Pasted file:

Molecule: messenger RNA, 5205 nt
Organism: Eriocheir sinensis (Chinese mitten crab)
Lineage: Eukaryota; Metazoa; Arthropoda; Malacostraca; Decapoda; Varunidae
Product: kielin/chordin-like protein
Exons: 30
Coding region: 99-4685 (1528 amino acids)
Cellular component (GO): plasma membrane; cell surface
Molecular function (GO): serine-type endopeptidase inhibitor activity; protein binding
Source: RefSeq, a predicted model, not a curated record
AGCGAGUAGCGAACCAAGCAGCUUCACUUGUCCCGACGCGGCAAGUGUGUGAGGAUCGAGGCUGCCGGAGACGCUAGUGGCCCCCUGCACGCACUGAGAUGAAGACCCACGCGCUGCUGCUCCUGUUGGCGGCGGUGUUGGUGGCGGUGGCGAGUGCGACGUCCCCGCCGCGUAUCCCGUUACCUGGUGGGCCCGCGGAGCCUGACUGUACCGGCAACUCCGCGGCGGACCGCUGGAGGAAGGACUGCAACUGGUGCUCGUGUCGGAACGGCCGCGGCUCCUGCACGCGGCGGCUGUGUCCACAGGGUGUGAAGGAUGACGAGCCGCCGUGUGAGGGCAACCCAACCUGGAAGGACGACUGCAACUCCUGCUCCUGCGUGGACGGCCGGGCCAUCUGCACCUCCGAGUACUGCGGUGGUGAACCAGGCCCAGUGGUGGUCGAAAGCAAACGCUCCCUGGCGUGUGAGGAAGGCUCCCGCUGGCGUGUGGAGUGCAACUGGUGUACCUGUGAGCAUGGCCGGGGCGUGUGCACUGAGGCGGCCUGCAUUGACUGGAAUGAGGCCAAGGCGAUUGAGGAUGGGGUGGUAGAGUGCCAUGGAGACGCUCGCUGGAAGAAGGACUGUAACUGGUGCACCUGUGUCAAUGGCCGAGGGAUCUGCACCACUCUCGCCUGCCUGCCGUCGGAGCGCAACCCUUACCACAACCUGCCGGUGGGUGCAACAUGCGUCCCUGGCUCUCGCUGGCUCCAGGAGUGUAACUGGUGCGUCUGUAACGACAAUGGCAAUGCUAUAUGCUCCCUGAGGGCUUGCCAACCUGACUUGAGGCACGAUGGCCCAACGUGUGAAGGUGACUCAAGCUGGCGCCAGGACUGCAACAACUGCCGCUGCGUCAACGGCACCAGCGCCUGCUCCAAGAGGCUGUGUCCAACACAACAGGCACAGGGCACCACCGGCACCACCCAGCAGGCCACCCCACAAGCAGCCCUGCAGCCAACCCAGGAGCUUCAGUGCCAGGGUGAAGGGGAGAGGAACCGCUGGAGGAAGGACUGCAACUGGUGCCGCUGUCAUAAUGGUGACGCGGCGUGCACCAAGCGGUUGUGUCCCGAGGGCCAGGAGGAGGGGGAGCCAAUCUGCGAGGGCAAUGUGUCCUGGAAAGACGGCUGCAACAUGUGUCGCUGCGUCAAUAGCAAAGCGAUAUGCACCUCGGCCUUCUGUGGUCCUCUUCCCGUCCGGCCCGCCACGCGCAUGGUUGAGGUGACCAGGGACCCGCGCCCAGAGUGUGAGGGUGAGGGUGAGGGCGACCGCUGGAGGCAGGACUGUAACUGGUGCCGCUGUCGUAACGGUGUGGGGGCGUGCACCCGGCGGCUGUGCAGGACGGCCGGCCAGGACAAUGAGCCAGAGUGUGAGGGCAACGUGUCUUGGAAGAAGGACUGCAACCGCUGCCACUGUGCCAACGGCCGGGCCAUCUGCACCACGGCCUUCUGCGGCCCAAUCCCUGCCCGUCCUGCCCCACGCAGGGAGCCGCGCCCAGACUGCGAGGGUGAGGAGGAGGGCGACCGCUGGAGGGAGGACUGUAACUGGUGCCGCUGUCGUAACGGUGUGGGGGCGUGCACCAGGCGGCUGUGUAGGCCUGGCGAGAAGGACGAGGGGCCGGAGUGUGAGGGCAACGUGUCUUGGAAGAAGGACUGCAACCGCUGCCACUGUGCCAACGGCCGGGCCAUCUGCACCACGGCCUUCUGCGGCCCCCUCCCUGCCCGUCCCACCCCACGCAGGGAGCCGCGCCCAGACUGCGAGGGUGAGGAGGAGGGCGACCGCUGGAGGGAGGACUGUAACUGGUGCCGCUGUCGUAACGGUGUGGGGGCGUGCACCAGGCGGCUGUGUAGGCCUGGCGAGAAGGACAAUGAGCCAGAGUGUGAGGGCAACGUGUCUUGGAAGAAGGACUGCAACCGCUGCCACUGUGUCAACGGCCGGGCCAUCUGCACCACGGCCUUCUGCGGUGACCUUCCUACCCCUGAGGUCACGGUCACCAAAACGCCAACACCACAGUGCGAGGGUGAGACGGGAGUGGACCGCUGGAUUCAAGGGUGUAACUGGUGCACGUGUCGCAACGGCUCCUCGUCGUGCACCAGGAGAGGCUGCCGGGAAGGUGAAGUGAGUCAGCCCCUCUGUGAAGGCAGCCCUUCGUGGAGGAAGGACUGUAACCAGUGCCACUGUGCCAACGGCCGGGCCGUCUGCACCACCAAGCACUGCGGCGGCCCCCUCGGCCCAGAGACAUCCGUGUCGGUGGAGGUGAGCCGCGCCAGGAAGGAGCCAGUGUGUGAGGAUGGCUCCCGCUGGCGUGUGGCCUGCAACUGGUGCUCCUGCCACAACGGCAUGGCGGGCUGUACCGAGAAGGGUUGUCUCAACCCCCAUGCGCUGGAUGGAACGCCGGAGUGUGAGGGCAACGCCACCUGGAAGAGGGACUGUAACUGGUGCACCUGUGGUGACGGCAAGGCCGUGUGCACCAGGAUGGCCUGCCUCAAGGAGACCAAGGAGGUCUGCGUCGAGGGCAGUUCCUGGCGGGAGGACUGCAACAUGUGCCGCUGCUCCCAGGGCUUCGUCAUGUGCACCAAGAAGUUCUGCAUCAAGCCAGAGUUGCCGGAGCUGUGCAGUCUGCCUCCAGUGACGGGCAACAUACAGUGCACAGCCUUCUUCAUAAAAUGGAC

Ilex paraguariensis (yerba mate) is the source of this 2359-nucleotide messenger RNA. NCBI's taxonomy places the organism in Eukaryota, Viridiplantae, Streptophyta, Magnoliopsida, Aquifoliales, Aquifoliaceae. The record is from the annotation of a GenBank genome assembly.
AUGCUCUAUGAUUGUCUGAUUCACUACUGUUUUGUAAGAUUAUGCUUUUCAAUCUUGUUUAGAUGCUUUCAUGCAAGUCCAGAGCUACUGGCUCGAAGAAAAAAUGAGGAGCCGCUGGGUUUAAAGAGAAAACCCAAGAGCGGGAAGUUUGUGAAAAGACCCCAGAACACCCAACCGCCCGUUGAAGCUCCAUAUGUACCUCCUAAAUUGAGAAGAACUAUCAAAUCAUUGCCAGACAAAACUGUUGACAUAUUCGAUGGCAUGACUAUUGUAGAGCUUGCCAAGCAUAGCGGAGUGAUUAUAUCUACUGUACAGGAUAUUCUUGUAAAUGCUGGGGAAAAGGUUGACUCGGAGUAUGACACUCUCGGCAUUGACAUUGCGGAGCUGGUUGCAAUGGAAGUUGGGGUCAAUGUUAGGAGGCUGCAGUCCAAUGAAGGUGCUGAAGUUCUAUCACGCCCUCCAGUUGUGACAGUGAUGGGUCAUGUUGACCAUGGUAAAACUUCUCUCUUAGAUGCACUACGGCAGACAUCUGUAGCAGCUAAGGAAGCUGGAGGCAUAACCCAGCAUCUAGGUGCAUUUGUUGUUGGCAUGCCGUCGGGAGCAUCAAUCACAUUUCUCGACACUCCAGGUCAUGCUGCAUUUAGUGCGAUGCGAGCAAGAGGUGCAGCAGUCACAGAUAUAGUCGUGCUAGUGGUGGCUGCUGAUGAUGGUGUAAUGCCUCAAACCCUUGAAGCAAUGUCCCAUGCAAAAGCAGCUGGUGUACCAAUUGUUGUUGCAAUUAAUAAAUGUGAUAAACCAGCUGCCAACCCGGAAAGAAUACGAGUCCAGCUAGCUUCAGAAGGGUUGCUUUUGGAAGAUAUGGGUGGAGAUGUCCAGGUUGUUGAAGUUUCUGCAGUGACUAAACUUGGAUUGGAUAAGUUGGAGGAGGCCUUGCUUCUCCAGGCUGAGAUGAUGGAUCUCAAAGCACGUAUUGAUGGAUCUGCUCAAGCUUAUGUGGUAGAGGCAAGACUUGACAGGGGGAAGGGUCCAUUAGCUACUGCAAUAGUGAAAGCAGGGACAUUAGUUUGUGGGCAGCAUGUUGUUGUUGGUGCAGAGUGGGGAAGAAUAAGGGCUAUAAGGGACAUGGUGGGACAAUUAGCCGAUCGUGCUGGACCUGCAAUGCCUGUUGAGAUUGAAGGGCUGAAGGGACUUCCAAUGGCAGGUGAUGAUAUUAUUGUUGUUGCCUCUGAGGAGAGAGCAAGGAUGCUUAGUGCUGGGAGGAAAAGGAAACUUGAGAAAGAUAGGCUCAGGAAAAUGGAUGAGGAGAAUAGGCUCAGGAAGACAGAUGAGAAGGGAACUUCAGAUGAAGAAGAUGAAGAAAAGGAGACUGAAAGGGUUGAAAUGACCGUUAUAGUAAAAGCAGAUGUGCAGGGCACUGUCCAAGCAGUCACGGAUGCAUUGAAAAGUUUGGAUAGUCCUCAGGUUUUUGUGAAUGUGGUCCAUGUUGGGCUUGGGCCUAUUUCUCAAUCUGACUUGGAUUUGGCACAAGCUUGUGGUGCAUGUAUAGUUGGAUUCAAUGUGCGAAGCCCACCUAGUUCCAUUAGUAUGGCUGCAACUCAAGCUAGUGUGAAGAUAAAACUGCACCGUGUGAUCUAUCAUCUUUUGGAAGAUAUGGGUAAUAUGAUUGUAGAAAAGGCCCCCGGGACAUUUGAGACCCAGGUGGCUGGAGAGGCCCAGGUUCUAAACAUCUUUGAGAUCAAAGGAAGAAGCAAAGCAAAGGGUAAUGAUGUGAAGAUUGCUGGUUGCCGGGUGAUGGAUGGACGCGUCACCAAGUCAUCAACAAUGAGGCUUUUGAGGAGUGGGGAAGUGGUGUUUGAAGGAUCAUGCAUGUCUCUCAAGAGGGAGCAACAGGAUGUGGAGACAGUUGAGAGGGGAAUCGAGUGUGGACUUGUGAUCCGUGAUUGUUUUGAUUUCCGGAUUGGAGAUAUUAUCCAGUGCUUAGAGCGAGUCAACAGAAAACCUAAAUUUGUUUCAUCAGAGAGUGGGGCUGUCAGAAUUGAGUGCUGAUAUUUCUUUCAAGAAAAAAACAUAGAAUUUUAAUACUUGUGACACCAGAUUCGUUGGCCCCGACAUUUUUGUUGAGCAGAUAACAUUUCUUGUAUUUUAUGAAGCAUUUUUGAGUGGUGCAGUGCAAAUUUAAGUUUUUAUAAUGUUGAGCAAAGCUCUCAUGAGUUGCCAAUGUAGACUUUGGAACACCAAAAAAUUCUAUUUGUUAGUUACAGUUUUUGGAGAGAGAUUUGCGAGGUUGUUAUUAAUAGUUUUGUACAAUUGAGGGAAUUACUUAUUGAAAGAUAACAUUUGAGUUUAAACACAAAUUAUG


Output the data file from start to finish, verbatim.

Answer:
Molecule: messenger RNA, 5205 nt
Organism: Eriocheir sinensis (Chinese mitten crab)
Lineage: Eukaryota; Metazoa; Arthropoda; Malacostraca; Decapoda; Varunidae
Product: kielin/chordin-like protein
Exons: 30
Coding region: 99-4685 (1528 amino acids)
Cellular component (GO): plasma membrane; cell surface
Molecular function (GO): serine-type endopeptidase inhibitor activity; protein binding
Source: RefSeq, a predicted model, not a curated record
AGCGAGUAGCGAACCAAGCAGCUUCACUUGUCCCGACGCGGCAAGUGUGUGAGGAUCGAGGCUGCCGGAGACGCUAGUGGCCCCCUGCACGCACUGAGAUGAAGACCCACGCGCUGCUGCUCCUGUUGGCGGCGGUGUUGGUGGCGGUGGCGAGUGCGACGUCCCCGCCGCGUAUCCCGUUACCUGGUGGGCCCGCGGAGCCUGACUGUACCGGCAACUCCGCGGCGGACCGCUGGAGGAAGGACUGCAACUGGUGCUCGUGUCGGAACGGCCGCGGCUCCUGCACGCGGCGGCUGUGUCCACAGGGUGUGAAGGAUGACGAGCCGCCGUGUGAGGGCAACCCAACCUGGAAGGACGACUGCAACUCCUGCUCCUGCGUGGACGGCCGGGCCAUCUGCACCUCCGAGUACUGCGGUGGUGAACCAGGCCCAGUGGUGGUCGAAAGCAAACGCUCCCUGGCGUGUGAGGAAGGCUCCCGCUGGCGUGUGGAGUGCAACUGGUGUACCUGUGAGCAUGGCCGGGGCGUGUGCACUGAGGCGGCCUGCAUUGACUGGAAUGAGGCCAAGGCGAUUGAGGAUGGGGUGGUAGAGUGCCAUGGAGACGCUCGCUGGAAGAAGGACUGUAACUGGUGCACCUGUGUCAAUGGCCGAGGGAUCUGCACCACUCUCGCCUGCCUGCCGUCGGAGCGCAACCCUUACCACAACCUGCCGGUGGGUGCAACAUGCGUCCCUGGCUCUCGCUGGCUCCAGGAGUGUAACUGGUGCGUCUGUAACGACAAUGGCAAUGCUAUAUGCUCCCUGAGGGCUUGCCAACCUGACUUGAGGCACGAUGGCCCAACGUGUGAAGGUGACUCAAGCUGGCGCCAGGACUGCAACAACUGCCGCUGCGUCAACGGCACCAGCGCCUGCUCCAAGAGGCUGUGUCCAACACAACAGGCACAGGGCACCACCGGCACCACCCAGCAGGCCACCCCACAAGCAGCCCUGCAGCCAACCCAGGAGCUUCAGUGCCAGGGUGAAGGGGAGAGGAACCGCUGGAGGAAGGACUGCAACUGGUGCCGCUGUCAUAAUGGUGACGCGGCGUGCACCAAGCGGUUGUGUCCCGAGGGCCAGGAGGAGGGGGAGCCAAUCUGCGAGGGCAAUGUGUCCUGGAAAGACGGCUGCAACAUGUGUCGCUGCGUCAAUAGCAAAGCGAUAUGCACCUCGGCCUUCUGUGGUCCUCUUCCCGUCCGGCCCGCCACGCGCAUGGUUGAGGUGACCAGGGACCCGCGCCCAGAGUGUGAGGGUGAGGGUGAGGGCGACCGCUGGAGGCAGGACUGUAACUGGUGCCGCUGUCGUAACGGUGUGGGGGCGUGCACCCGGCGGCUGUGCAGGACGGCCGGCCAGGACAAUGAGCCAGAGUGUGAGGGCAACGUGUCUUGGAAGAAGGACUGCAACCGCUGCCACUGUGCCAACGGCCGGGCCAUCUGCACCACGGCCUUCUGCGGCCCAAUCCCUGCCCGUCCUGCCCCACGCAGGGAGCCGCGCCCAGACUGCGAGGGUGAGGAGGAGGGCGACCGCUGGAGGGAGGACUGUAACUGGUGCCGCUGUCGUAACGGUGUGGGGGCGUGCACCAGGCGGCUGUGUAGGCCUGGCGAGAAGGACGAGGGGCCGGAGUGUGAGGGCAACGUGUCUUGGAAGAAGGACUGCAACCGCUGCCACUGUGCCAACGGCCGGGCCAUCUGCACCACGGCCUUCUGCGGCCCCCUCCCUGCCCGUCCCACCCCACGCAGGGAGCCGCGCCCAGACUGCGAGGGUGAGGAGGAGGGCGACCGCUGGAGGGAGGACUGUAACUGGUGCCGCUGUCGUAACGGUGUGGGGGCGUGCACCAGGCGGCUGUGUAGGCCUGGCGAGAAGGACAAUGAGCCAGAGUGUGAGGGCAACGUGUCUUGGAAGAAGGACUGCAACCGCUGCCACUGUGUCAACGGCCGGGCCAUCUGCACCACGGCCUUCUGCGGUGACCUUCCUACCCCUGAGGUCACGGUCACCAAAACGCCAACACCACAGUGCGAGGGUGAGACGGGAGUGGACCGCUGGAUUCAAGGGUGUAACUGGUGCACGUGUCGCAACGGCUCCUCGUCGUGCACCAGGAGAGGCUGCCGGGAAGGUGAAGUGAGUCAGCCCCUCUGUGAAGGCAGCCCUUCGUGGAGGAAGGACUGUAACCAGUGCCACUGUGCCAACGGCCGGGCCGUCUGCACCACCAAGCACUGCGGCGGCCCCCUCGGCCCAGAGACAUCCGUGUCGGUGGAGGUGAGCCGCGCCAGGAAGGAGCCAGUGUGUGAGGAUGGCUCCCGCUGGCGUGUGGCCUGCAACUGGUGCUCCUGCCACAACGGCAUGGCGGGCUGUACCGAGAAGGGUUGUCUCAACCCCCAUGCGCUGGAUGGAACGCCGGAGUGUGAGGGCAACGCCACCUGGAAGAGGGACUGUAACUGGUGCACCUGUGGUGACGGCAAGGCCGUGUGCACCAGGAUGGCCUGCCUCAAGGAGACCAAGGAGGUCUGCGUCGAGGGCAGUUCCUGGCGGGAGGACUGCAACAUGUGCCGCUGCUCCCAGGGCUUCGUCAUGUGCACCAAGAAGUUCUGCAUCAAGCCAGAGUUGCCGGAGCUGUGCAGUCUGCCUCCAGUGACGGGCAACAUACAGUGCACAGCCUUCUUCAUAAAAUGGAC

Ilex paraguariensis (yerba mate) is the source of this 2359-nucleotide messenger RNA. NCBI's taxonomy places the organism in Eukaryota, Viridiplantae, Streptophyta, Magnoliopsida, Aquifoliales, Aquifoliaceae. The record is from the annotation of a GenBank genome assembly.
AUGCUCUAUGAUUGUCUGAUUCACUACUGUUUUGUAAGAUUAUGCUUUUCAAUCUUGUUUAGAUGCUUUCAUGCAAGUCCAGAGCUACUGGCUCGAAGAAAAAAUGAGGAGCCGCUGGGUUUAAAGAGAAAACCCAAGAGCGGGAAGUUUGUGAAAAGACCCCAGAACACCCAACCGCCCGUUGAAGCUCCAUAUGUACCUCCUAAAUUGAGAAGAACUAUCAAAUCAUUGCCAGACAAAACUGUUGACAUAUUCGAUGGCAUGACUAUUGUAGAGCUUGCCAAGCAUAGCGGAGUGAUUAUAUCUACUGUACAGGAUAUUCUUGUAAAUGCUGGGGAAAAGGUUGACUCGGAGUAUGACACUCUCGGCAUUGACAUUGCGGAGCUGGUUGCAAUGGAAGUUGGGGUCAAUGUUAGGAGGCUGCAGUCCAAUGAAGGUGCUGAAGUUCUAUCACGCCCUCCAGUUGUGACAGUGAUGGGUCAUGUUGACCAUGGUAAAACUUCUCUCUUAGAUGCACUACGGCAGACAUCUGUAGCAGCUAAGGAAGCUGGAGGCAUAACCCAGCAUCUAGGUGCAUUUGUUGUUGGCAUGCCGUCGGGAGCAUCAAUCACAUUUCUCGACACUCCAGGUCAUGCUGCAUUUAGUGCGAUGCGAGCAAGAGGUGCAGCAGUCACAGAUAUAGUCGUGCUAGUGGUGGCUGCUGAUGAUGGUGUAAUGCCUCAAACCCUUGAAGCAAUGUCCCAUGCAAAAGCAGCUGGUGUACCAAUUGUUGUUGCAAUUAAUAAAUGUGAUAAACCAGCUGCCAACCCGGAAAGAAUACGAGUCCAGCUAGCUUCAGAAGGGUUGCUUUUGGAAGAUAUGGGUGGAGAUGUCCAGGUUGUUGAAGUUUCUGCAGUGACUAAACUUGGAUUGGAUAAGUUGGAGGAGGCCUUGCUUCUCCAGGCUGAGAUGAUGGAUCUCAAAGCACGUAUUGAUGGAUCUGCUCAAGCUUAUGUGGUAGAGGCAAGACUUGACAGGGGGAAGGGUCCAUUAGCUACUGCAAUAGUGAAAGCAGGGACAUUAGUUUGUGGGCAGCAUGUUGUUGUUGGUGCAGAGUGGGGAAGAAUAAGGGCUAUAAGGGACAUGGUGGGACAAUUAGCCGAUCGUGCUGGACCUGCAAUGCCUGUUGAGAUUGAAGGGCUGAAGGGACUUCCAAUGGCAGGUGAUGAUAUUAUUGUUGUUGCCUCUGAGGAGAGAGCAAGGAUGCUUAGUGCUGGGAGGAAAAGGAAACUUGAGAAAGAUAGGCUCAGGAAAAUGGAUGAGGAGAAUAGGCUCAGGAAGACAGAUGAGAAGGGAACUUCAGAUGAAGAAGAUGAAGAAAAGGAGACUGAAAGGGUUGAAAUGACCGUUAUAGUAAAAGCAGAUGUGCAGGGCACUGUCCAAGCAGUCACGGAUGCAUUGAAAAGUUUGGAUAGUCCUCAGGUUUUUGUGAAUGUGGUCCAUGUUGGGCUUGGGCCUAUUUCUCAAUCUGACUUGGAUUUGGCACAAGCUUGUGGUGCAUGUAUAGUUGGAUUCAAUGUGCGAAGCCCACCUAGUUCCAUUAGUAUGGCUGCAACUCAAGCUAGUGUGAAGAUAAAACUGCACCGUGUGAUCUAUCAUCUUUUGGAAGAUAUGGGUAAUAUGAUUGUAGAAAAGGCCCCCGGGACAUUUGAGACCCAGGUGGCUGGAGAGGCCCAGGUUCUAAACAUCUUUGAGAUCAAAGGAAGAAGCAAAGCAAAGGGUAAUGAUGUGAAGAUUGCUGGUUGCCGGGUGAUGGAUGGACGCGUCACCAAGUCAUCAACAAUGAGGCUUUUGAGGAGUGGGGAAGUGGUGUUUGAAGGAUCAUGCAUGUCUCUCAAGAGGGAGCAACAGGAUGUGGAGACAGUUGAGAGGGGAAUCGAGUGUGGACUUGUGAUCCGUGAUUGUUUUGAUUUCCGGAUUGGAGAUAUUAUCCAGUGCUUAGAGCGAGUCAACAGAAAACCUAAAUUUGUUUCAUCAGAGAGUGGGGCUGUCAGAAUUGAGUGCUGAUAUUUCUUUCAAGAAAAAAACAUAGAAUUUUAAUACUUGUGACACCAGAUUCGUUGGCCCCGACAUUUUUGUUGAGCAGAUAACAUUUCUUGUAUUUUAUGAAGCAUUUUUGAGUGGUGCAGUGCAAAUUUAAGUUUUUAUAAUGUUGAGCAAAGCUCUCAUGAGUUGCCAAUGUAGACUUUGGAACACCAAAAAAUUCUAUUUGUUAGUUACAGUUUUUGGAGAGAGAUUUGCGAGGUUGUUAUUAAUAGUUUUGUACAAUUGAGGGAAUUACUUAUUGAAAGAUAACAUUUGAGUUUAAACACAAAUUAUG